FGM sandwich cylindrical shells; thermal buckling; nonlinear temperature rise; Donnell theory

Address
Ahmed Amine Daikh: 1.) Structural Engineering and Mechanics of Materials Laboratory, Department of Civil Engineering, Mascara, Algeria
2.) Mechanics of Structures and Solids Laboratory, Faculty of Technology, University of Sidi Bel Abbes, Algeria


Abstract
This paper presents the flutter analysis and optimum design of axially functionally graded box beam cantilever wing section by considering various geometric and material parameters. The coupled dynamic equations of the continuous model of wing system in terms of material and cross-sectional properties are formulated based on extended Hamilton\'s principle. By expressing the lift and pitching moment in terms of plunge and pitch displacements, the resultant two continuous equations are simplified using Galerkin\'s reduced order model. The flutter velocity is predicted from the solution of resultant damped eigenvalue problem. Parametric studies are conducted to know the effects of geometric factors such as taper ratio, thickness, sweep angle as well as material volume fractions and functional grading index on the flutter velocity. A generalized surrogate model is constructed by training the radial basis function network with the parametric data. The optimized material and geometric parameters of the section are predicted by solving the constrained optimal problem using firefly metaheuristics algorithm that employs the developed surrogate model for the function evaluations. The trapezoidal hollow box beam section design with axial functional grading concept is illustrated with combination of aluminium alloy and aluminium with silicon carbide particulates. A good improvement in flutter velocity is noticed by the optimization.

Key Words
aeroelastic tailoring; axial functional grading; cantilever wing; flutter boundary; firefly algorithm

Address
L. Prabhu : Department of Aerospace Engineering, Lakireddy Bali Reddy College of Engineering, Mylavaram, Krishna District, Andhra Pradesh – 521230, India

J. Srinivas: Department of Mechanical Engineering, National Institute of Technology, Rourkela, Odisha – 769008, India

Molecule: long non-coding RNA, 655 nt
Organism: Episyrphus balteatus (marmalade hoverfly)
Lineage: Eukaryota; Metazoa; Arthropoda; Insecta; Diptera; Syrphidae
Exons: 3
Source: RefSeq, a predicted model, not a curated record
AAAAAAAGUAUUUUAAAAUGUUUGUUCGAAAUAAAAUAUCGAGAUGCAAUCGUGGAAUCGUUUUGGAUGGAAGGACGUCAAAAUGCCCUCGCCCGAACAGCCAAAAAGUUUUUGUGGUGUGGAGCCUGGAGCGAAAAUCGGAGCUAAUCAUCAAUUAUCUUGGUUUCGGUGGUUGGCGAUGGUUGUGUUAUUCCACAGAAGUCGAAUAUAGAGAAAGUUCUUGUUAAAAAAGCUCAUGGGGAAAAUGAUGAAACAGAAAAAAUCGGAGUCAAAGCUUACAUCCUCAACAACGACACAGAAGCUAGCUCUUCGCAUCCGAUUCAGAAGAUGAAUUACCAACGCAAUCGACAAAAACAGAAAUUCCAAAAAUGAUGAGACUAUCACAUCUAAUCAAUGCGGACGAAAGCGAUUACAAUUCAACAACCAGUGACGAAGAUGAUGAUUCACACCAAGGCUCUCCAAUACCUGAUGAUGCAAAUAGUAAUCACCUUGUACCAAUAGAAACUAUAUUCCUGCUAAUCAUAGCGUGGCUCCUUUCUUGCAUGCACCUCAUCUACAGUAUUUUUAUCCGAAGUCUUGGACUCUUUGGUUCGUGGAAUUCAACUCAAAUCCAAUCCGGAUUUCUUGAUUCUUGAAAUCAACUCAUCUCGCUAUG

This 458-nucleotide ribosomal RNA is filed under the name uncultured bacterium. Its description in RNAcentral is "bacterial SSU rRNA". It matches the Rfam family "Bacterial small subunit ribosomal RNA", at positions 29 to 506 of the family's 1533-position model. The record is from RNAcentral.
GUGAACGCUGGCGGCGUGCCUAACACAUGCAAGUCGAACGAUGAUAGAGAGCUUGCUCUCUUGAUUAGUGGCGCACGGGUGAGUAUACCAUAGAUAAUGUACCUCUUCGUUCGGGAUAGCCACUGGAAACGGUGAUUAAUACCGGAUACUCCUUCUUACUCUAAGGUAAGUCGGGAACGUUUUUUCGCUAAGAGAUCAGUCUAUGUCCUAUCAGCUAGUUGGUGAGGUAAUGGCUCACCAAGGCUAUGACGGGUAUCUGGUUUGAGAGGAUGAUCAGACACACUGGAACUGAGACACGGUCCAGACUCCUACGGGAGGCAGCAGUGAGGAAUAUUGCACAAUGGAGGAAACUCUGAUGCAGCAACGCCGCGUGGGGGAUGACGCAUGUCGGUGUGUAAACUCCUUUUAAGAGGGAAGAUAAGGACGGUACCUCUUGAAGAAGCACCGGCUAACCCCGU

Abstract
A forward-facing aerospike attached to a payload fairing of a satellite launch vehicle significantly alters its flowfield and decreases the aerodynamic drag in transonic and low supersonic speeds. The present payload fairing is an axisymmetric configuration and consists of a blunt-nosed body along with a conical section, payload shroud, boat tail and followed by a booster. The main purpose of the present numerical simulations is to evaluate flowfield and assess the performance of aerodynamic drag coefficient with and without aerospike attached to a payload fairing of a typical satellite launch vehicle in freestream Mach number range 0.8 ≤ M∞ ≤ 3.0 and freestream Reynolds number range 33.35 x 10⁶/m ≤ Re∞ ≤ 46.75 x 10⁶/m which includes the maximum aerodynamic drag and maximum dynamic conditions during ascent flight trajectory of the satellite launch vehicle. A numerical simulation has been carried out to solve time-dependent compressible turbulent axisymmetric Reynolds-averaged Navier-Stokes equations. The closure of the system of equations is achieved using the Baldwin-Lomax turbulence model. The aerodynamic drag reduction mechanism is analysed employing numerical results such as velocity vector plots, density and Mach contours in conjunction with the experimental flow visualization pictures. The variations of wall pressure coefficient over the payload fairing with and without aerospike are exhibiting different kind of flowfield characteristics in the transonic and low supersonic speeds. The numerically computed results are compared with schlieren pictures, oil flow patterns and measured wall pressure distributions and exhibit good agreement between them.

Key Words
aerodynamics drag coefficient; aerospike; blunt-nose body; payload fairing; CFD simulation; fluid dynamics; transonic flow; supersonic flow; shock wave; satellite launch vehicle

Address
R. C. Mehta: Department of Aeronautical Engineering, Noorul Islam Centre for Higher Education, Kumaracoil 629180, India